‘Urgent action needed on hospital waiting list issues’

URGENT action is needed to resolve waiting list issues for gastroenterology patients, who could be waiting up to a year for procedures and eight months for new outpatient appointments.


More than 900 islanders are on the waiting list for an endoscopy.

Bowel Cancer Guernsey chairwoman Anne Brouard said islanders who were concerned should not have to feel put off by waiting times.

‘Bowel Cancer Guernsey is concerned by reports of delays for gastroenterital appointments and procedures and hopes that urgent action will be taken to resolve the issue,’ she said.

‘It is important that islanders are not put off from taking action because of any reported delays and we urge anyone who has any concerns regarding their health to visit their GP.’

Detecting bowel cancer early is important for effective treatment, so the long waiting lists are causing concern.

‘Bowel cancer is the third most common cancer in Guernsey, but if detected early enough, over 90% of those diagnosed with early-stage bowel cancer are successfully treated,’ Ms Brouard said.

Medical Specialist Group chief executive Jon Buckland said the waiting times were caused by the lasting impact of Covid restrictions, coupled with staff and bed shortages.

‘We are very much aware of the issues with the gastroenterology service, and I apologise to all patients who are waiting longer than they should to see the gastroenterologist or for a procedure such as endoscopy,’ he said.

‘There are several factors that contribute to the waiting times, such as staff or bed shortages at the hospital and the impact of Covid, many of which are outside our control.’

At the end of March there were 910 patients on the endoscopy waiting list, a procedure which inserts a camera to look inside the body, which was particularly affected by Covid restrictions.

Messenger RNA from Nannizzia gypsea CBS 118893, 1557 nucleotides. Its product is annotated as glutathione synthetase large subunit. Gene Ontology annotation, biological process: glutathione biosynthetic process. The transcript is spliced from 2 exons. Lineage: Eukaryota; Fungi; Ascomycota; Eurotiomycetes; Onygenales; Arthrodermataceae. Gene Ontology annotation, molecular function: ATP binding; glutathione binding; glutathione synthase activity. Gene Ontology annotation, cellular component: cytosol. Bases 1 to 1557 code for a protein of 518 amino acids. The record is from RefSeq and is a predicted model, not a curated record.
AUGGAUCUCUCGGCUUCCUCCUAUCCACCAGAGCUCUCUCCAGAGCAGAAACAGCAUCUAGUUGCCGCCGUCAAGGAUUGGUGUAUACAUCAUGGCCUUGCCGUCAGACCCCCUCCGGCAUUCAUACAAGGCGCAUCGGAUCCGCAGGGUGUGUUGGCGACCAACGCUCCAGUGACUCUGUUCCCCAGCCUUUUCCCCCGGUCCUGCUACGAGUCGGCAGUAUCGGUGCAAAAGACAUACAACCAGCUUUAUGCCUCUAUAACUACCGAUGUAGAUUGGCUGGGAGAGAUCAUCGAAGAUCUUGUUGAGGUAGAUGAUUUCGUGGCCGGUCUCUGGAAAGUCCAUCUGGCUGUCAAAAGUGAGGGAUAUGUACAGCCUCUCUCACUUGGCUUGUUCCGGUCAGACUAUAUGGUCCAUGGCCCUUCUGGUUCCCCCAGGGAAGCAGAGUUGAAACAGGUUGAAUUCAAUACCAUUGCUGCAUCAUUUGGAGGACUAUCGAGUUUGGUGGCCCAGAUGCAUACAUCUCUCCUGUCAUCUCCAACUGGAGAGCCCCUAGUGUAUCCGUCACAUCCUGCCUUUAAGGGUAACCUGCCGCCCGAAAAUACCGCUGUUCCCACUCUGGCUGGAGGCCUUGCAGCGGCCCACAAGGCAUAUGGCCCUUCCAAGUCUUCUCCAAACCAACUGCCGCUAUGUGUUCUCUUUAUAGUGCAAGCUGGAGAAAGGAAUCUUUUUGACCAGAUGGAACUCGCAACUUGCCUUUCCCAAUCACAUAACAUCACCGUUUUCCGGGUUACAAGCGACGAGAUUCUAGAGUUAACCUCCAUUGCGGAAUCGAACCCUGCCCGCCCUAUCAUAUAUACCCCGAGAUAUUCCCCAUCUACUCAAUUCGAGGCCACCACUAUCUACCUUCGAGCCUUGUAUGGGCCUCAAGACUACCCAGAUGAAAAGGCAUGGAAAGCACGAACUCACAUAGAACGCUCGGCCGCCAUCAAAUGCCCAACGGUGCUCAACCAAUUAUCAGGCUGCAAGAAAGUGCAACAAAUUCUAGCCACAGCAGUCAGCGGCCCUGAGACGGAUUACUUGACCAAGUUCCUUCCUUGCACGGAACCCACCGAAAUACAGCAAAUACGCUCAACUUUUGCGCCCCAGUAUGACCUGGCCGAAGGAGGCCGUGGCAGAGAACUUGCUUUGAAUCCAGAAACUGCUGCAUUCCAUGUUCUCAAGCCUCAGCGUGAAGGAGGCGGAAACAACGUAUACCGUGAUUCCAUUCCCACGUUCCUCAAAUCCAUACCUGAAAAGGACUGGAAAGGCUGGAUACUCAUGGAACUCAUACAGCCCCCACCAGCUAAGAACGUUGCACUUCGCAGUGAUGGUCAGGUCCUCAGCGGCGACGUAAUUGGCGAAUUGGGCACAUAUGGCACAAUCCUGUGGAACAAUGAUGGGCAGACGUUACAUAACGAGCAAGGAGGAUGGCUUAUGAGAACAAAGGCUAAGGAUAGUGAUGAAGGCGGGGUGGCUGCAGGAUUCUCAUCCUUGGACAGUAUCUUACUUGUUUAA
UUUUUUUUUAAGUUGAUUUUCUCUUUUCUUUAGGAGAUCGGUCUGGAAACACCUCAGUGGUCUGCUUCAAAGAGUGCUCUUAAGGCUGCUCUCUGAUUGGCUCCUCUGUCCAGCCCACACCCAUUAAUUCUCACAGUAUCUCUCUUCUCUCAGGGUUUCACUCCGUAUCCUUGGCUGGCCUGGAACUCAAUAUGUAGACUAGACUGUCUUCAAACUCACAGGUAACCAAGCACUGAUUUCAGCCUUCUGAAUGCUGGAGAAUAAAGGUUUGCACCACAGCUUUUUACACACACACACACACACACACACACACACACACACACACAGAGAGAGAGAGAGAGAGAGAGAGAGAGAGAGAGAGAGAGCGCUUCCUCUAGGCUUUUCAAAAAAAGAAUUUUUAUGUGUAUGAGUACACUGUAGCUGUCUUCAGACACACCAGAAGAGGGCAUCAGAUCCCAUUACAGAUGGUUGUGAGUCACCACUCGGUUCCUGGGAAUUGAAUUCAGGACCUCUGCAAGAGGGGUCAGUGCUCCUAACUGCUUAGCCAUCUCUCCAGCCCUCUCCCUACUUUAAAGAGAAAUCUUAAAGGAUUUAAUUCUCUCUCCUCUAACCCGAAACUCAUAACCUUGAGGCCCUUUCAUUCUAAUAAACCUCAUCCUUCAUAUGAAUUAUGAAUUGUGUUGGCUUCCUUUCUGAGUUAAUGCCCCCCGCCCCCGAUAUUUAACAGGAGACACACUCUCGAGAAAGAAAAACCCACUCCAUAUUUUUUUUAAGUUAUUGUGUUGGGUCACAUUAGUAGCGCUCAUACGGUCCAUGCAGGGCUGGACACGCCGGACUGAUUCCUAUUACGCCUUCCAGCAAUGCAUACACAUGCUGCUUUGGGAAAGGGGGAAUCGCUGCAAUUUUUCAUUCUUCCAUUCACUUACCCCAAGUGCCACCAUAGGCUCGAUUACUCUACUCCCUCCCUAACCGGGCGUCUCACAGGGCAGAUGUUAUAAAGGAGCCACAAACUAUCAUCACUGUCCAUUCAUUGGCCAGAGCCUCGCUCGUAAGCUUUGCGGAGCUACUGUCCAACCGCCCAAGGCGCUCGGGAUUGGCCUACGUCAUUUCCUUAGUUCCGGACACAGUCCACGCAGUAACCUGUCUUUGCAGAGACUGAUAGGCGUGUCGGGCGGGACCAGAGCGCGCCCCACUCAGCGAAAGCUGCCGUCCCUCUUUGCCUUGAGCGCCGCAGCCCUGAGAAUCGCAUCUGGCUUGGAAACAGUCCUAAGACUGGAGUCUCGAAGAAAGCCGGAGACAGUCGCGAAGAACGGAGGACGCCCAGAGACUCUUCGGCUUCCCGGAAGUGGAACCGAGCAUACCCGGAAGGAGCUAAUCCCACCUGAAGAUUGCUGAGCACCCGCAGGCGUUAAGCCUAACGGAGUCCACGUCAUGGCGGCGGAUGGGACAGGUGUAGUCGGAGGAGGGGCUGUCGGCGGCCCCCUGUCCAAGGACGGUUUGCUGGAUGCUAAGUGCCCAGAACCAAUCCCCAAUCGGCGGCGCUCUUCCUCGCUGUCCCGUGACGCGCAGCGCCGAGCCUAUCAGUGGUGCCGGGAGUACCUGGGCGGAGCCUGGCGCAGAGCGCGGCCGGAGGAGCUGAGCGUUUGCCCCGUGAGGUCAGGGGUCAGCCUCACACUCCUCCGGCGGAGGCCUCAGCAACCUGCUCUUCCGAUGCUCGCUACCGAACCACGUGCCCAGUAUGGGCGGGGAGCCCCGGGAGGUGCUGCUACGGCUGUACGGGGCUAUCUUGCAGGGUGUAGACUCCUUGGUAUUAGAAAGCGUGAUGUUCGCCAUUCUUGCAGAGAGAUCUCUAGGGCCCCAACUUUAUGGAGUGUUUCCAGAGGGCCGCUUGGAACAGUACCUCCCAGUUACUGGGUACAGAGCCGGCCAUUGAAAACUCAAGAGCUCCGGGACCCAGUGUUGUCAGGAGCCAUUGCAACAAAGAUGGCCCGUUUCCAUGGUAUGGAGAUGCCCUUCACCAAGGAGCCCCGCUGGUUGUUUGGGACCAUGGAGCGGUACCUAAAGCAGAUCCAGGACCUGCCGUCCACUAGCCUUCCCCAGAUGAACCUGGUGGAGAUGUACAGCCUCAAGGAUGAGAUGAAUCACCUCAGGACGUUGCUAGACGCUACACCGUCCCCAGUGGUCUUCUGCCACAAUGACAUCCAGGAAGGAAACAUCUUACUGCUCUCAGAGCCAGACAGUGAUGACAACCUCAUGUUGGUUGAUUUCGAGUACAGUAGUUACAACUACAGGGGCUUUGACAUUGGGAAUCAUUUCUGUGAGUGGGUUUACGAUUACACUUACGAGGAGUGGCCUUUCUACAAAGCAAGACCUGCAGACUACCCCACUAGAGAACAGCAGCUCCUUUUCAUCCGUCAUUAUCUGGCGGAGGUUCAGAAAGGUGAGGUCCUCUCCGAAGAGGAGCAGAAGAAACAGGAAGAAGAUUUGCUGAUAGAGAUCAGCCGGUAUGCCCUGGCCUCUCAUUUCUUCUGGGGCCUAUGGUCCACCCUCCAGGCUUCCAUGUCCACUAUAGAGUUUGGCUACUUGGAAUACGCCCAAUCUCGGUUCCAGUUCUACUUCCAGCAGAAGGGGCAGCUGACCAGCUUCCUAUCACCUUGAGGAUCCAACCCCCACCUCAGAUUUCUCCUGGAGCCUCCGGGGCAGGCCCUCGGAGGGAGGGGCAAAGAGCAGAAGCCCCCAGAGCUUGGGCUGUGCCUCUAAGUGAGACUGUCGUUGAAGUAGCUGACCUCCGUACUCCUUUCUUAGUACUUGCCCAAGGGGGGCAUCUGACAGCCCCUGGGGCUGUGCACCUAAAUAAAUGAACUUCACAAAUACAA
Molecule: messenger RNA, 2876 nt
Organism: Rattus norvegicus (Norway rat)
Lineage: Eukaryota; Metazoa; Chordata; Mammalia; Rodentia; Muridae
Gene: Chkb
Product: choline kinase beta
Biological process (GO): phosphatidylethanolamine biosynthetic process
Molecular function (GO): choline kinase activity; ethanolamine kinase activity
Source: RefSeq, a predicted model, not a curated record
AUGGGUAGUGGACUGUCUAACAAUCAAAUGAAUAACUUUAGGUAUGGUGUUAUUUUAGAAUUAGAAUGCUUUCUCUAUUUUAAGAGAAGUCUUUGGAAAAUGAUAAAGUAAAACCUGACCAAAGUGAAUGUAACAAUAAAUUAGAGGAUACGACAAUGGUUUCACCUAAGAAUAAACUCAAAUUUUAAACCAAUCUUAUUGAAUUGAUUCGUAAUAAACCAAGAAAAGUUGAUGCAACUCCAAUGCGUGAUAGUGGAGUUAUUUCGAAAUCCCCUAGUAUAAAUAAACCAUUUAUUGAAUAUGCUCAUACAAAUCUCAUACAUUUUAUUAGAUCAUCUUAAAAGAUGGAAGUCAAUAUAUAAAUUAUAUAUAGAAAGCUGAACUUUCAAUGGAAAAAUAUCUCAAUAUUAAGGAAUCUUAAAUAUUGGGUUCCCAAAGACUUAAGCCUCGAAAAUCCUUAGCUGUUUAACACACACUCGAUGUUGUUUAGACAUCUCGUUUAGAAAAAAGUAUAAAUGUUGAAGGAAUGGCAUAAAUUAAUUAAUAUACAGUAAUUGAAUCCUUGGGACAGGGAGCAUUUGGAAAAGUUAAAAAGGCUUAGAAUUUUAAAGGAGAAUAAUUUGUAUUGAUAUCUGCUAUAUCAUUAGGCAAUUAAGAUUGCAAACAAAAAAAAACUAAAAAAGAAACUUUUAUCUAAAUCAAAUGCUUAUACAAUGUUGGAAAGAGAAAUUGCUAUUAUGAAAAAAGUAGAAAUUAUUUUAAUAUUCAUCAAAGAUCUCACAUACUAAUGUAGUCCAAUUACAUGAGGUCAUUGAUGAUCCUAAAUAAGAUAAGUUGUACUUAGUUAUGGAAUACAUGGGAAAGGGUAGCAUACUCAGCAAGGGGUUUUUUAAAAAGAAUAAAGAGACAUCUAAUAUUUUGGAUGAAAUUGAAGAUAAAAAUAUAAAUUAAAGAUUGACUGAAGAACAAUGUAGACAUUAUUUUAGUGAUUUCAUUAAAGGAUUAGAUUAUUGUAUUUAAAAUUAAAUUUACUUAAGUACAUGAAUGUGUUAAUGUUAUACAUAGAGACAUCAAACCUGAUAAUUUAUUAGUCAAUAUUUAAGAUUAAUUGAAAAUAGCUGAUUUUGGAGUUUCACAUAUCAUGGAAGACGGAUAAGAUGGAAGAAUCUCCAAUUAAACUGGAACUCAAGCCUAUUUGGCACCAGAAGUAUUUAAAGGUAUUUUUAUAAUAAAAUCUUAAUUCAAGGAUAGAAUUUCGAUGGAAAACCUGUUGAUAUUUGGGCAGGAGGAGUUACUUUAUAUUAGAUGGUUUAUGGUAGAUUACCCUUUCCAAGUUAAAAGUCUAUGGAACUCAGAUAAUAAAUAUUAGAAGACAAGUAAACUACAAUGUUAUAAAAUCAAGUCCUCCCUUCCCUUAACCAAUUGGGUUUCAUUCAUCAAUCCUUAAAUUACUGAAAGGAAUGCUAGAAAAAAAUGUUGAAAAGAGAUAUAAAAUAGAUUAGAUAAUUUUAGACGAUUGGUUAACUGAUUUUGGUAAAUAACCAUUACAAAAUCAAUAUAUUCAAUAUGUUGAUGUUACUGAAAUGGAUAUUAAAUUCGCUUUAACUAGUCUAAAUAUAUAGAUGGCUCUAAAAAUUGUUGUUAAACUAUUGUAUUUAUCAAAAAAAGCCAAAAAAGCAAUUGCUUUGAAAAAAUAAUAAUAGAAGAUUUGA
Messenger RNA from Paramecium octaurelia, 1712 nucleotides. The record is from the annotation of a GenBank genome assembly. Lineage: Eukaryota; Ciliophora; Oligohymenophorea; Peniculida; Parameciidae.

‘We are working closely with our colleagues at Health & Social Care to help improve the situation,’ Mr Buckland added.

Despite low numbers of gastroenterologists in the UK, he said provision had been maintained in Guernsey.

MSG has been trying to recruit a full-time consultant for the past six months, and has been using locums in the meantime.

‘There have been virtually no gaps in the provision of a consultant gastroenterologist.

MSG’s locum gastroenterologist leaves this week, and he will be replaced by another experienced locum from the UK.’

Mr Buckland said it had been difficult to attract suitably-experienced gastroenterologists to the island because of the wide range of expertise required to practice in Guernsey, exacerbated by a UK-wide gastroenterologist shortage.

The British Society of Gastroenterology said in its 2021 workforce report, published earlier this year, that there were 1,700 substantive consultant gastroenterologists and hepatologists in 2020 – a 5.8% rise on the previous year.

But with a current shortfall in the workforce, predicted retirements and population growth, numbers qualified needed to grow between 7 and 9% each year.

Half the advertised consultant gastroenterology and hepatology posts in the UK in 2020 were unfilled.

The report noted that gastroenterology was the major physician specialty at highest risk of burnout.

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